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Severn Barrage needs public cash

The £15bn Severn Barrage project must be publicly funded and publicly owned, according to a government-commissioned report released this week.

The Sustainable Development Commission’s (SDC) report on tidal power in the UK backs the construction of a 16km barrage across the Severn estuary, but claims the project can only be cost-effective and environmentally friendly if it is publicly owned.

“This must be a public sector project. Private sector interest rates of 10% [on the capital investment] would make the Severn barrage’s production of power uncompetitive,” said SDC economic commissioner Tim Jackson, speaking at the launch of the report.

“The private sector also likes to maximise returns, and this could give rise to cost cutting in construction and unsustainable developments in areas surrounding the barrage.”

However, the recommendation cuts directly across current government policy to rely on the marketplace to provide all energy infrastructure – a policy which has prevailed since the barrage’s privatisation in 1990.

The SDC report followed the announcement last week by secretary of state for business John Hutton that the government would commission a feasibility study into tidal power in the Severn estuary.

This study will have particular focus on the proposal by the Severn Tidal Power Group (STPG), a consortium of Sir Robert McAlpine, Taylor Woodrow, Balfour Beatty and Alstom.

The STPG proposal would see a barrage constructed between Cardiff and Weston-super-mare to supply 8.64GW of power – equivalent to two nuclear power stations, or 5% of total UK electricity demand. The 16km-long structure would harness the Severn’s 14m tidal range and could also carry a road and rail line.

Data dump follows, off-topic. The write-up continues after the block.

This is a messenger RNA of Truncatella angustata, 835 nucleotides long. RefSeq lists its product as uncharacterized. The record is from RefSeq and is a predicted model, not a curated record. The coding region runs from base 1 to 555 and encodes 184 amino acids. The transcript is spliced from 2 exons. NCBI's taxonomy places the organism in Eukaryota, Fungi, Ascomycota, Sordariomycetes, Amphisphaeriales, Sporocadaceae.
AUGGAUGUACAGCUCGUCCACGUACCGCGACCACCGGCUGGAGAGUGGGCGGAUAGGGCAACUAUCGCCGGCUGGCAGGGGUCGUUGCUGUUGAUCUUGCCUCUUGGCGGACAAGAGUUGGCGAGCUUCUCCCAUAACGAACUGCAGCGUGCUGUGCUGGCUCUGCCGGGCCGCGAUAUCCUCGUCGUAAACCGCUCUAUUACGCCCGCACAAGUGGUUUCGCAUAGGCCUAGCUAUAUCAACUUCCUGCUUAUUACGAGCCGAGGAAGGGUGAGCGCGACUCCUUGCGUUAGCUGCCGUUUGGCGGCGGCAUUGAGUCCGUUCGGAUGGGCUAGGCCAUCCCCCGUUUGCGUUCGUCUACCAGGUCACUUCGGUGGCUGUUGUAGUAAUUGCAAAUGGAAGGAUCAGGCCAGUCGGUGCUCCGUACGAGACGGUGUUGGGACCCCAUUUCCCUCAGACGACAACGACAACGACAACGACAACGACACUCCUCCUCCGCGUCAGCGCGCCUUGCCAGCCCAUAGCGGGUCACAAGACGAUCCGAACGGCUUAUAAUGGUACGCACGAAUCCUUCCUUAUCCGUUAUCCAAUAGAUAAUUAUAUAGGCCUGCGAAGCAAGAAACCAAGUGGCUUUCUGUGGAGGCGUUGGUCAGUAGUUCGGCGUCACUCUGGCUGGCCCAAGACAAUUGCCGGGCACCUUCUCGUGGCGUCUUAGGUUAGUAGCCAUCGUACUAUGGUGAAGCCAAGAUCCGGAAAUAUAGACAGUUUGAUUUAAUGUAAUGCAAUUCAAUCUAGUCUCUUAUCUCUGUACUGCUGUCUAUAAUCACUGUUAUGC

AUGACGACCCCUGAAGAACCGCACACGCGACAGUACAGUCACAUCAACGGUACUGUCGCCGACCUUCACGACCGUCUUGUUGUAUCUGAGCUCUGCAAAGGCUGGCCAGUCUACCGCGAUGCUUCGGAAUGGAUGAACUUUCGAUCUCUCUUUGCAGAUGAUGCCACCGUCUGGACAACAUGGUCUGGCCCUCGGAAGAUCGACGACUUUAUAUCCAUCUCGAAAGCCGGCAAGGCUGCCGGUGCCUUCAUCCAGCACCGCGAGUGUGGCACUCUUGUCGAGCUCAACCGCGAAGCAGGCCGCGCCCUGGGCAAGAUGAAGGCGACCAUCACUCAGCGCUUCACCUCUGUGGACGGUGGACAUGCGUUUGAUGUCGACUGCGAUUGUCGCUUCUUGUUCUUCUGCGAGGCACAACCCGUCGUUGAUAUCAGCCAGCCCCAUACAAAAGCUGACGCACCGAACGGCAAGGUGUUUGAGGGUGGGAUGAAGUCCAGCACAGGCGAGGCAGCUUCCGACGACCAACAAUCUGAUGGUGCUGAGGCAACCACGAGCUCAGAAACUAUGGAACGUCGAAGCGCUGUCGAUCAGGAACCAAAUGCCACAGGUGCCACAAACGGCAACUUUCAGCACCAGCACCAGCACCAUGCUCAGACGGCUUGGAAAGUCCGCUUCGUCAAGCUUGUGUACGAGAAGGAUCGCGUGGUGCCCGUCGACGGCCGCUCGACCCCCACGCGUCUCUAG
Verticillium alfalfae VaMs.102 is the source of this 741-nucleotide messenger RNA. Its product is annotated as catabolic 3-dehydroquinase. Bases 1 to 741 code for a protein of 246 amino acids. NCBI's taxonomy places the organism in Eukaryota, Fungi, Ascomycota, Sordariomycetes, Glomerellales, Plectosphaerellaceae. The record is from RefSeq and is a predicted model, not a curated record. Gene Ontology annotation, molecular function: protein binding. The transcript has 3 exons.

However, construction of the barrage would wipe out 145 hectares of protected wildlife habitats in the estuary, which under European law would have to be re-established elsewhere in the UK.

Jackson said the only way to ensure that this environmental mitigation happened was to keep the scheme in public hands.

“It’s absolutely critical [on a scheme this large] to have clear leadership,” he added. “Ill-defined public-private ownership will only cause problems. In terms of risk to the public purse, I think public-private partnerships are just as risky [as fully publicly funded schemes] and they confuse the lines of responsibility.”

He cited the Channel Tunnel as an example of a major scheme where private leadership led to financial ruin, and said taxpayers look set to pick up the tab for the failure of Metronet on London’s Underground.

The SDC report suggests that as well as taxation, public funds could be raised through a levy added to electricity bills over a 10-year period, the issuing of Government bonds, or the creation of a publicly owned company that would mostly be funded by taxation or a bond issue, with a minority of shares sold to the private sector.

STPG spokesman, and Sir Robert McAlpine corporate development manager, Roger Hull said: “Clearly a low interest rate is important to the economics of the project, and if the public sector is able to fund the project it would be very helpful.”

ICE’S View

“The Severn Tidal barrage will be our next world class engineering project and would leave an enduring legacy,” said ICE manager for Wales Denys Morgan.

“It has the potential to make a massive green contribution to the UK’s energy needs Đ generating around 5% of our total demand. The environmental issues associated with the project can be engineered successfully and sympathetically.

“The project could create opportunities over a long period for the Welsh construction industry and will benefit the Welsh economy and tourism. Ultimately, Wales, surrounded on three sides by water, has massive tidal generation potential.”

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